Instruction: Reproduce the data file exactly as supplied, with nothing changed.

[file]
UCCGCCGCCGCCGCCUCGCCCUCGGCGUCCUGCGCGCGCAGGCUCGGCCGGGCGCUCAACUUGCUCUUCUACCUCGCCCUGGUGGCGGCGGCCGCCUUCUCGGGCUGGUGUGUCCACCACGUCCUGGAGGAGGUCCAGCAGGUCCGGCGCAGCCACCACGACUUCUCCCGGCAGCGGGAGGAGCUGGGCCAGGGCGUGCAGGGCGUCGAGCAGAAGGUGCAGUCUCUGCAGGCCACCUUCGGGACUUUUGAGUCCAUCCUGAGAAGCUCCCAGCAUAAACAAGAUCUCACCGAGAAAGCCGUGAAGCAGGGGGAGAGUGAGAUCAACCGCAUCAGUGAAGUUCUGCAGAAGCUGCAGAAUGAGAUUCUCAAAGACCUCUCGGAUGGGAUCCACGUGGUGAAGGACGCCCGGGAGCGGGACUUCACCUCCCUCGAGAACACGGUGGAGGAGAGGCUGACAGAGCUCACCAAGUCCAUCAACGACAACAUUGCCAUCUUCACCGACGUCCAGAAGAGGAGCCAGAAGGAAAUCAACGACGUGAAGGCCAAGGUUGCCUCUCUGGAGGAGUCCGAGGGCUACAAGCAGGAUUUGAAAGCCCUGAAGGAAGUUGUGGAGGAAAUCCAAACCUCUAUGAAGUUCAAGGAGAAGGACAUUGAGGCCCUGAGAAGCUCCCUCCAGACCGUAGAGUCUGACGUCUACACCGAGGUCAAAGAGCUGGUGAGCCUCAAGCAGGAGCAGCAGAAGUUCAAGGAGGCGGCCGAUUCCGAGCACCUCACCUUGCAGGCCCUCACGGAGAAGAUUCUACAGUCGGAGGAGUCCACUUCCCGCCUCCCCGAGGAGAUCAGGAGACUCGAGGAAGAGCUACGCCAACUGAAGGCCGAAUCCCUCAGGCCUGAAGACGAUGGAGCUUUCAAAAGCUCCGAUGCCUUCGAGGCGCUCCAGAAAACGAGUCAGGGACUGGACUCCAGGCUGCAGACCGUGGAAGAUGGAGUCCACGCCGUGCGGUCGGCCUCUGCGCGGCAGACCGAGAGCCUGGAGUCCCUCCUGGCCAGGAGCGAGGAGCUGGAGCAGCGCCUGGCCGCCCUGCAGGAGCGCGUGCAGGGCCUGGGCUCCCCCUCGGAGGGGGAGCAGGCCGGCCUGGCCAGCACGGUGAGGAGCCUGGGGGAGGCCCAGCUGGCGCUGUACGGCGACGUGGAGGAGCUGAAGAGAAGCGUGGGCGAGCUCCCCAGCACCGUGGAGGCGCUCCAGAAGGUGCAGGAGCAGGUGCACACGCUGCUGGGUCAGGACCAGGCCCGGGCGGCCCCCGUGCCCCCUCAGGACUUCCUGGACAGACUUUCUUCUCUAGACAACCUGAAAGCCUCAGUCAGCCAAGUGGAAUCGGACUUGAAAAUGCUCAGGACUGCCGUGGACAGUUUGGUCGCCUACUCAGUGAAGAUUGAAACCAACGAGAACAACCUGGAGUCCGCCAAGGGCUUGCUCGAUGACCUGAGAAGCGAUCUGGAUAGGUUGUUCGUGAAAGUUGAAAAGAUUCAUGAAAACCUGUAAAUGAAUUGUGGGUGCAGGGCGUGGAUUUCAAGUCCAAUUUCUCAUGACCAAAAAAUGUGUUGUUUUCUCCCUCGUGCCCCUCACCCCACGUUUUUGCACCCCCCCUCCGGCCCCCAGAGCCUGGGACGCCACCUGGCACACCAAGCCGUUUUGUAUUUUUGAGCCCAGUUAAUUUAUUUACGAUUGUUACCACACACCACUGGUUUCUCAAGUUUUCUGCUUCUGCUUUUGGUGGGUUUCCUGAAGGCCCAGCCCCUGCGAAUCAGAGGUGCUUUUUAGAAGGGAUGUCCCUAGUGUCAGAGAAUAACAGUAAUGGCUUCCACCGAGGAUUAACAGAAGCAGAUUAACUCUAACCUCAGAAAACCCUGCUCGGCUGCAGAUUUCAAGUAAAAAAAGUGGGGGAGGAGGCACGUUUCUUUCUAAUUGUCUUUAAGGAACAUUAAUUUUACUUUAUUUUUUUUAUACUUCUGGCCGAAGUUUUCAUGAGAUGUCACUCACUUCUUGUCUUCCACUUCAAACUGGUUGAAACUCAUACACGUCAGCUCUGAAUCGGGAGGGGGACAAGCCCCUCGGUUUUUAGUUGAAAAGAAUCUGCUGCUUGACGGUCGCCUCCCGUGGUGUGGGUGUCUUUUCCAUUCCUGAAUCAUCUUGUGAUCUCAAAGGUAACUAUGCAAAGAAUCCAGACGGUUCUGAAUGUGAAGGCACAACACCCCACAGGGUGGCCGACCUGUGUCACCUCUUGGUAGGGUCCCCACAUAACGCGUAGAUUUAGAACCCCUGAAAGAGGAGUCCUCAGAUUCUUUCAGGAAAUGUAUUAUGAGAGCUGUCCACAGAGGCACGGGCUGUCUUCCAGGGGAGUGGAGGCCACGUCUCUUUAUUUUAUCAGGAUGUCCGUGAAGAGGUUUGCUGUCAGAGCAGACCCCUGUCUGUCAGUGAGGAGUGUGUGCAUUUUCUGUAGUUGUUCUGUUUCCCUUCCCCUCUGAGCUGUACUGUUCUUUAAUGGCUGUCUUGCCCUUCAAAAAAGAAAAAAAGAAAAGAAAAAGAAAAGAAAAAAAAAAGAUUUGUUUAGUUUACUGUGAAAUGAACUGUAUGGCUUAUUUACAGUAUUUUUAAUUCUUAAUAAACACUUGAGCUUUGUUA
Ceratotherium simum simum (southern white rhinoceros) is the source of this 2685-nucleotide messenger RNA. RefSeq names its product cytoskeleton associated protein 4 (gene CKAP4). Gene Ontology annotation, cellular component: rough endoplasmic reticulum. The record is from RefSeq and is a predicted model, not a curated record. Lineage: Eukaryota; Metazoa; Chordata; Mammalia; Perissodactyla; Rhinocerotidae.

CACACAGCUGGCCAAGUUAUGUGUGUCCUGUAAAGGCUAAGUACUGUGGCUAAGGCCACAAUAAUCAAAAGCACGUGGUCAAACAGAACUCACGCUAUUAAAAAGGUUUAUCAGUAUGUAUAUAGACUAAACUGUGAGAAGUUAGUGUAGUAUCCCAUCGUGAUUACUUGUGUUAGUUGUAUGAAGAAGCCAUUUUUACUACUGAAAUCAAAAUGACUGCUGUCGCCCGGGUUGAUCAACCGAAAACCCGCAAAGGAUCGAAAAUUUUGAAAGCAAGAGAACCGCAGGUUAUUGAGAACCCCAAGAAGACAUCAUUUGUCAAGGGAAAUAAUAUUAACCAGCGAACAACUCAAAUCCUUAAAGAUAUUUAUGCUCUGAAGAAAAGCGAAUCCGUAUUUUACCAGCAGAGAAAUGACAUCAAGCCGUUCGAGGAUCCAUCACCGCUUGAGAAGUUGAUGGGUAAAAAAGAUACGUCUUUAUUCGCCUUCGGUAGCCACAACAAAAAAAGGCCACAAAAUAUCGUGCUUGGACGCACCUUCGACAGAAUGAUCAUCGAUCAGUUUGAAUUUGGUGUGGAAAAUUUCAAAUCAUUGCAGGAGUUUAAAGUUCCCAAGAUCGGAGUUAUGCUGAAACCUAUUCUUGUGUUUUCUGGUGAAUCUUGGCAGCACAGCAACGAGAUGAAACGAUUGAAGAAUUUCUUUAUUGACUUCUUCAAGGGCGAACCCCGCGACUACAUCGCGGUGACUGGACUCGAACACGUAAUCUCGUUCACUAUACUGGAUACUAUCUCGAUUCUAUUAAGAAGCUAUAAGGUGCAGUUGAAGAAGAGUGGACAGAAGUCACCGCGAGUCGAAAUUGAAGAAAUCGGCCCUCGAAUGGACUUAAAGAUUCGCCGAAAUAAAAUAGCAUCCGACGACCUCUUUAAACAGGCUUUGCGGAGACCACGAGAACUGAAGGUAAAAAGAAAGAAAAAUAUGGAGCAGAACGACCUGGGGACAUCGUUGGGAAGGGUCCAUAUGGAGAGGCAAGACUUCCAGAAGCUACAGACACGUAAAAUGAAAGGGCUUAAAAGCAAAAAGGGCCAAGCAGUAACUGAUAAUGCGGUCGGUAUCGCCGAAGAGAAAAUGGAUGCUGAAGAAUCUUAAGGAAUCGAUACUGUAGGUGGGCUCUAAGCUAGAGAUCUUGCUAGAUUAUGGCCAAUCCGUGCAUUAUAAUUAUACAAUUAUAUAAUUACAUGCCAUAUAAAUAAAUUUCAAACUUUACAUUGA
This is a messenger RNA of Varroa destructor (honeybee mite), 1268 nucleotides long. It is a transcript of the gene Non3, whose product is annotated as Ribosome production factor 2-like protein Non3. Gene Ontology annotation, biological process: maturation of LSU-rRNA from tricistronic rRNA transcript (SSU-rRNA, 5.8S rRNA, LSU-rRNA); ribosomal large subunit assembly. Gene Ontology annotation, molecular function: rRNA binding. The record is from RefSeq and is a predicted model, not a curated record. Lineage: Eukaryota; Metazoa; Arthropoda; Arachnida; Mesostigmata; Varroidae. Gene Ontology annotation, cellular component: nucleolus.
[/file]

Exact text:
UCCGCCGCCGCCGCCUCGCCCUCGGCGUCCUGCGCGCGCAGGCUCGGCCGGGCGCUCAACUUGCUCUUCUACCUCGCCCUGGUGGCGGCGGCCGCCUUCUCGGGCUGGUGUGUCCACCACGUCCUGGAGGAGGUCCAGCAGGUCCGGCGCAGCCACCACGACUUCUCCCGGCAGCGGGAGGAGCUGGGCCAGGGCGUGCAGGGCGUCGAGCAGAAGGUGCAGUCUCUGCAGGCCACCUUCGGGACUUUUGAGUCCAUCCUGAGAAGCUCCCAGCAUAAACAAGAUCUCACCGAGAAAGCCGUGAAGCAGGGGGAGAGUGAGAUCAACCGCAUCAGUGAAGUUCUGCAGAAGCUGCAGAAUGAGAUUCUCAAAGACCUCUCGGAUGGGAUCCACGUGGUGAAGGACGCCCGGGAGCGGGACUUCACCUCCCUCGAGAACACGGUGGAGGAGAGGCUGACAGAGCUCACCAAGUCCAUCAACGACAACAUUGCCAUCUUCACCGACGUCCAGAAGAGGAGCCAGAAGGAAAUCAACGACGUGAAGGCCAAGGUUGCCUCUCUGGAGGAGUCCGAGGGCUACAAGCAGGAUUUGAAAGCCCUGAAGGAAGUUGUGGAGGAAAUCCAAACCUCUAUGAAGUUCAAGGAGAAGGACAUUGAGGCCCUGAGAAGCUCCCUCCAGACCGUAGAGUCUGACGUCUACACCGAGGUCAAAGAGCUGGUGAGCCUCAAGCAGGAGCAGCAGAAGUUCAAGGAGGCGGCCGAUUCCGAGCACCUCACCUUGCAGGCCCUCACGGAGAAGAUUCUACAGUCGGAGGAGUCCACUUCCCGCCUCCCCGAGGAGAUCAGGAGACUCGAGGAAGAGCUACGCCAACUGAAGGCCGAAUCCCUCAGGCCUGAAGACGAUGGAGCUUUCAAAAGCUCCGAUGCCUUCGAGGCGCUCCAGAAAACGAGUCAGGGACUGGACUCCAGGCUGCAGACCGUGGAAGAUGGAGUCCACGCCGUGCGGUCGGCCUCUGCGCGGCAGACCGAGAGCCUGGAGUCCCUCCUGGCCAGGAGCGAGGAGCUGGAGCAGCGCCUGGCCGCCCUGCAGGAGCGCGUGCAGGGCCUGGGCUCCCCCUCGGAGGGGGAGCAGGCCGGCCUGGCCAGCACGGUGAGGAGCCUGGGGGAGGCCCAGCUGGCGCUGUACGGCGACGUGGAGGAGCUGAAGAGAAGCGUGGGCGAGCUCCCCAGCACCGUGGAGGCGCUCCAGAAGGUGCAGGAGCAGGUGCACACGCUGCUGGGUCAGGACCAGGCCCGGGCGGCCCCCGUGCCCCCUCAGGACUUCCUGGACAGACUUUCUUCUCUAGACAACCUGAAAGCCUCAGUCAGCCAAGUGGAAUCGGACUUGAAAAUGCUCAGGACUGCCGUGGACAGUUUGGUCGCCUACUCAGUGAAGAUUGAAACCAACGAGAACAACCUGGAGUCCGCCAAGGGCUUGCUCGAUGACCUGAGAAGCGAUCUGGAUAGGUUGUUCGUGAAAGUUGAAAAGAUUCAUGAAAACCUGUAAAUGAAUUGUGGGUGCAGGGCGUGGAUUUCAAGUCCAAUUUCUCAUGACCAAAAAAUGUGUUGUUUUCUCCCUCGUGCCCCUCACCCCACGUUUUUGCACCCCCCCUCCGGCCCCCAGAGCCUGGGACGCCACCUGGCACACCAAGCCGUUUUGUAUUUUUGAGCCCAGUUAAUUUAUUUACGAUUGUUACCACACACCACUGGUUUCUCAAGUUUUCUGCUUCUGCUUUUGGUGGGUUUCCUGAAGGCCCAGCCCCUGCGAAUCAGAGGUGCUUUUUAGAAGGGAUGUCCCUAGUGUCAGAGAAUAACAGUAAUGGCUUCCACCGAGGAUUAACAGAAGCAGAUUAACUCUAACCUCAGAAAACCCUGCUCGGCUGCAGAUUUCAAGUAAAAAAAGUGGGGGAGGAGGCACGUUUCUUUCUAAUUGUCUUUAAGGAACAUUAAUUUUACUUUAUUUUUUUUAUACUUCUGGCCGAAGUUUUCAUGAGAUGUCACUCACUUCUUGUCUUCCACUUCAAACUGGUUGAAACUCAUACACGUCAGCUCUGAAUCGGGAGGGGGACAAGCCCCUCGGUUUUUAGUUGAAAAGAAUCUGCUGCUUGACGGUCGCCUCCCGUGGUGUGGGUGUCUUUUCCAUUCCUGAAUCAUCUUGUGAUCUCAAAGGUAACUAUGCAAAGAAUCCAGACGGUUCUGAAUGUGAAGGCACAACACCCCACAGGGUGGCCGACCUGUGUCACCUCUUGGUAGGGUCCCCACAUAACGCGUAGAUUUAGAACCCCUGAAAGAGGAGUCCUCAGAUUCUUUCAGGAAAUGUAUUAUGAGAGCUGUCCACAGAGGCACGGGCUGUCUUCCAGGGGAGUGGAGGCCACGUCUCUUUAUUUUAUCAGGAUGUCCGUGAAGAGGUUUGCUGUCAGAGCAGACCCCUGUCUGUCAGUGAGGAGUGUGUGCAUUUUCUGUAGUUGUUCUGUUUCCCUUCCCCUCUGAGCUGUACUGUUCUUUAAUGGCUGUCUUGCCCUUCAAAAAAGAAAAAAAGAAAAGAAAAAGAAAAGAAAAAAAAAAGAUUUGUUUAGUUUACUGUGAAAUGAACUGUAUGGCUUAUUUACAGUAUUUUUAAUUCUUAAUAAACACUUGAGCUUUGUUA
Ceratotherium simum simum (southern white rhinoceros) is the source of this 2685-nucleotide messenger RNA. RefSeq names its product cytoskeleton associated protein 4 (gene CKAP4). Gene Ontology annotation, cellular component: rough endoplasmic reticulum. The record is from RefSeq and is a predicted model, not a curated record. Lineage: Eukaryota; Metazoa; Chordata; Mammalia; Perissodactyla; Rhinocerotidae.

CACACAGCUGGCCAAGUUAUGUGUGUCCUGUAAAGGCUAAGUACUGUGGCUAAGGCCACAAUAAUCAAAAGCACGUGGUCAAACAGAACUCACGCUAUUAAAAAGGUUUAUCAGUAUGUAUAUAGACUAAACUGUGAGAAGUUAGUGUAGUAUCCCAUCGUGAUUACUUGUGUUAGUUGUAUGAAGAAGCCAUUUUUACUACUGAAAUCAAAAUGACUGCUGUCGCCCGGGUUGAUCAACCGAAAACCCGCAAAGGAUCGAAAAUUUUGAAAGCAAGAGAACCGCAGGUUAUUGAGAACCCCAAGAAGACAUCAUUUGUCAAGGGAAAUAAUAUUAACCAGCGAACAACUCAAAUCCUUAAAGAUAUUUAUGCUCUGAAGAAAAGCGAAUCCGUAUUUUACCAGCAGAGAAAUGACAUCAAGCCGUUCGAGGAUCCAUCACCGCUUGAGAAGUUGAUGGGUAAAAAAGAUACGUCUUUAUUCGCCUUCGGUAGCCACAACAAAAAAAGGCCACAAAAUAUCGUGCUUGGACGCACCUUCGACAGAAUGAUCAUCGAUCAGUUUGAAUUUGGUGUGGAAAAUUUCAAAUCAUUGCAGGAGUUUAAAGUUCCCAAGAUCGGAGUUAUGCUGAAACCUAUUCUUGUGUUUUCUGGUGAAUCUUGGCAGCACAGCAACGAGAUGAAACGAUUGAAGAAUUUCUUUAUUGACUUCUUCAAGGGCGAACCCCGCGACUACAUCGCGGUGACUGGACUCGAACACGUAAUCUCGUUCACUAUACUGGAUACUAUCUCGAUUCUAUUAAGAAGCUAUAAGGUGCAGUUGAAGAAGAGUGGACAGAAGUCACCGCGAGUCGAAAUUGAAGAAAUCGGCCCUCGAAUGGACUUAAAGAUUCGCCGAAAUAAAAUAGCAUCCGACGACCUCUUUAAACAGGCUUUGCGGAGACCACGAGAACUGAAGGUAAAAAGAAAGAAAAAUAUGGAGCAGAACGACCUGGGGACAUCGUUGGGAAGGGUCCAUAUGGAGAGGCAAGACUUCCAGAAGCUACAGACACGUAAAAUGAAAGGGCUUAAAAGCAAAAAGGGCCAAGCAGUAACUGAUAAUGCGGUCGGUAUCGCCGAAGAGAAAAUGGAUGCUGAAGAAUCUUAAGGAAUCGAUACUGUAGGUGGGCUCUAAGCUAGAGAUCUUGCUAGAUUAUGGCCAAUCCGUGCAUUAUAAUUAUACAAUUAUAUAAUUACAUGCCAUAUAAAUAAAUUUCAAACUUUACAUUGA
This is a messenger RNA of Varroa destructor (honeybee mite), 1268 nucleotides long. It is a transcript of the gene Non3, whose product is annotated as Ribosome production factor 2-like protein Non3. Gene Ontology annotation, biological process: maturation of LSU-rRNA from tricistronic rRNA transcript (SSU-rRNA, 5.8S rRNA, LSU-rRNA); ribosomal large subunit assembly. Gene Ontology annotation, molecular function: rRNA binding. The record is from RefSeq and is a predicted model, not a curated record. Lineage: Eukaryota; Metazoa; Arthropoda; Arachnida; Mesostigmata; Varroidae. Gene Ontology annotation, cellular component: nucleolus.